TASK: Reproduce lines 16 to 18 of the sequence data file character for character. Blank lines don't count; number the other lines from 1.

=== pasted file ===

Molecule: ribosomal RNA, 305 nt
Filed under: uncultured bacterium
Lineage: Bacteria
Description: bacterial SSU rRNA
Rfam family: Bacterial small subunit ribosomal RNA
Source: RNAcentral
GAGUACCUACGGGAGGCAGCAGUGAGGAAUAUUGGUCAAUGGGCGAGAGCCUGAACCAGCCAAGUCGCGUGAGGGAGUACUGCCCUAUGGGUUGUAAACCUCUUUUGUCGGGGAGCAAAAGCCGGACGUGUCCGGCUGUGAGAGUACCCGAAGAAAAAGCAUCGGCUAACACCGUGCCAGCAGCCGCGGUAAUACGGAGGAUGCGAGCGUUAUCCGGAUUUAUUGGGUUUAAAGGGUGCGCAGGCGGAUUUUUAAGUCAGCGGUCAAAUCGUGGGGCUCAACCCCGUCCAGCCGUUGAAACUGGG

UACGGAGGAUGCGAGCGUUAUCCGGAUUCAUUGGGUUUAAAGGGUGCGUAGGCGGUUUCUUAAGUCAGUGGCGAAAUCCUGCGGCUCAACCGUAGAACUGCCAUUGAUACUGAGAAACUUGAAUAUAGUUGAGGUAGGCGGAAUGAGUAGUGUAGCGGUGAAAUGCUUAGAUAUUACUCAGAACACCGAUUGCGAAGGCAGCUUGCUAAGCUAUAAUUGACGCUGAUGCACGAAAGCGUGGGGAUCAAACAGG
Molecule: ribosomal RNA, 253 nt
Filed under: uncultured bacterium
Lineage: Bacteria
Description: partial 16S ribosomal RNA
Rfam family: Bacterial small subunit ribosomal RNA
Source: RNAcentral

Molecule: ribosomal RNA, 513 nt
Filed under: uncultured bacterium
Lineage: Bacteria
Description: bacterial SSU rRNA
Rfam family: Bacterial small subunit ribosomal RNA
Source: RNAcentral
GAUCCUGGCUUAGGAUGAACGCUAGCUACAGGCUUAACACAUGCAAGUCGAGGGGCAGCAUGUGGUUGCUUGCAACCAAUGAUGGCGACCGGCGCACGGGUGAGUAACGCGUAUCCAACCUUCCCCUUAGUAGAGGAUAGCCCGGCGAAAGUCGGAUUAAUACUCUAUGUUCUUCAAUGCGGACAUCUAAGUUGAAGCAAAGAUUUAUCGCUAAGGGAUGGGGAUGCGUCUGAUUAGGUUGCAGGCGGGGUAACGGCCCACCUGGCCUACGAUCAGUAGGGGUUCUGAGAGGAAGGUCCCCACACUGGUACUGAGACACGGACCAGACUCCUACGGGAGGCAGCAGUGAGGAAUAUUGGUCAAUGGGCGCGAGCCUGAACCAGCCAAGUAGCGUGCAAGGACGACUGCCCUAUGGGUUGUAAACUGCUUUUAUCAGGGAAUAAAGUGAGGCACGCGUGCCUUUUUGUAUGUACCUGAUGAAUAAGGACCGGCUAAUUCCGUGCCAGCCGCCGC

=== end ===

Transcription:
Filed under: uncultured bacterium
Lineage: Bacteria
Description: bacterial SSU rRNA